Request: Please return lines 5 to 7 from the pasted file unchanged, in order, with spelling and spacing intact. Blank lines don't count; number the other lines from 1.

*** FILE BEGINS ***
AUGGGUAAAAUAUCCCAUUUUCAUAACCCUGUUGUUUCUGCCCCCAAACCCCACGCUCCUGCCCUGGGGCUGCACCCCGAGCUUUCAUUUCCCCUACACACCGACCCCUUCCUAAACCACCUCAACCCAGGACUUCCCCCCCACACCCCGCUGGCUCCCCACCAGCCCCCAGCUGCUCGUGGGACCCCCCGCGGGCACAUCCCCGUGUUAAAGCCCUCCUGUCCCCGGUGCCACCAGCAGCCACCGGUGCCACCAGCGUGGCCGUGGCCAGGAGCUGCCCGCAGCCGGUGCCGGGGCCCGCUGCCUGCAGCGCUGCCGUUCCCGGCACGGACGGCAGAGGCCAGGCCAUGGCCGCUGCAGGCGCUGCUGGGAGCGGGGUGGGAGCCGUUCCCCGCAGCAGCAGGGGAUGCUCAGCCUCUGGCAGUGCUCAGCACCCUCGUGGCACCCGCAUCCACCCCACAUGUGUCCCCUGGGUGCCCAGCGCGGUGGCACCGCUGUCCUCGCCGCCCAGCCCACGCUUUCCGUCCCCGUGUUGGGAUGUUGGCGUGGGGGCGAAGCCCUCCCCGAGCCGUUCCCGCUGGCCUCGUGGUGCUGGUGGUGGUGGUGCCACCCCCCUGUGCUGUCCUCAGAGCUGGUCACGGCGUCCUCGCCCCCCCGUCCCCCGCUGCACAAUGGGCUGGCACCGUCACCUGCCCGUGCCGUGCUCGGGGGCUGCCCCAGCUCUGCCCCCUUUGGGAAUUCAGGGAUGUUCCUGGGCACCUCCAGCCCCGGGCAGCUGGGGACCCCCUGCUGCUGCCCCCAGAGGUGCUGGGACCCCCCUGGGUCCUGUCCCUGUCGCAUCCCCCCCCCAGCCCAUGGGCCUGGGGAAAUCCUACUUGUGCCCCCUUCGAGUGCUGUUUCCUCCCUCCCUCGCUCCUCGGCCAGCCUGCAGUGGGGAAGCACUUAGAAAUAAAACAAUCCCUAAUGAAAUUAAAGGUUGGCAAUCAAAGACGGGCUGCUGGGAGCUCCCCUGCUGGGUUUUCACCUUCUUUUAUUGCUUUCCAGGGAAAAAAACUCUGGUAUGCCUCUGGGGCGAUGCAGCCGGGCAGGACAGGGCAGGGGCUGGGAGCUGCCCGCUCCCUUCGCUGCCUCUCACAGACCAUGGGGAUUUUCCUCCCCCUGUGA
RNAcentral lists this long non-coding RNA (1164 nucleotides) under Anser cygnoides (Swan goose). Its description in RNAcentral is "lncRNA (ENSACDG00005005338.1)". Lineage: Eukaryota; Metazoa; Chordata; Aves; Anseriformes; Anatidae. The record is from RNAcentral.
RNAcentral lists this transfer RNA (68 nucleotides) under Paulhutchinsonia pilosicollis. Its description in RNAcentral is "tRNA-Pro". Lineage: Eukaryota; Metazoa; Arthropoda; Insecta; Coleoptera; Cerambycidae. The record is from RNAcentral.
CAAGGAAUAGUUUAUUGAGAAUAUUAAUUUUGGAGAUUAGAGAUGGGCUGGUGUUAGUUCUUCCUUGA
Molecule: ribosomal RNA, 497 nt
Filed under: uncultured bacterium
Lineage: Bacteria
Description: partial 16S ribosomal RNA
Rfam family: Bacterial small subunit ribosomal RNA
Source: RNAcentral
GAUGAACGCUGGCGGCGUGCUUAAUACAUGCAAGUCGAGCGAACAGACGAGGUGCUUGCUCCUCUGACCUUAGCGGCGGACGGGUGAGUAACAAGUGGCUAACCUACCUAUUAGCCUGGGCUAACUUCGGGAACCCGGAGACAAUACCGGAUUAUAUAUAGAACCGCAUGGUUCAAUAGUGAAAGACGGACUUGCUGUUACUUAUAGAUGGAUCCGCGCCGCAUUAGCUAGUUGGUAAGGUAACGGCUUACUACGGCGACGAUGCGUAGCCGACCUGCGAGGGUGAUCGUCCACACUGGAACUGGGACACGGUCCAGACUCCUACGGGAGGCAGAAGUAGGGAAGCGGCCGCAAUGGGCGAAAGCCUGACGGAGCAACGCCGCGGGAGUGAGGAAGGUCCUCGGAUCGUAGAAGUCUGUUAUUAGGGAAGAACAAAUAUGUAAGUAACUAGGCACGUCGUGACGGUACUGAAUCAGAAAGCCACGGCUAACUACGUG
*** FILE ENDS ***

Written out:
Molecule: ribosomal RNA, 497 nt
Filed under: uncultured bacterium
Lineage: Bacteria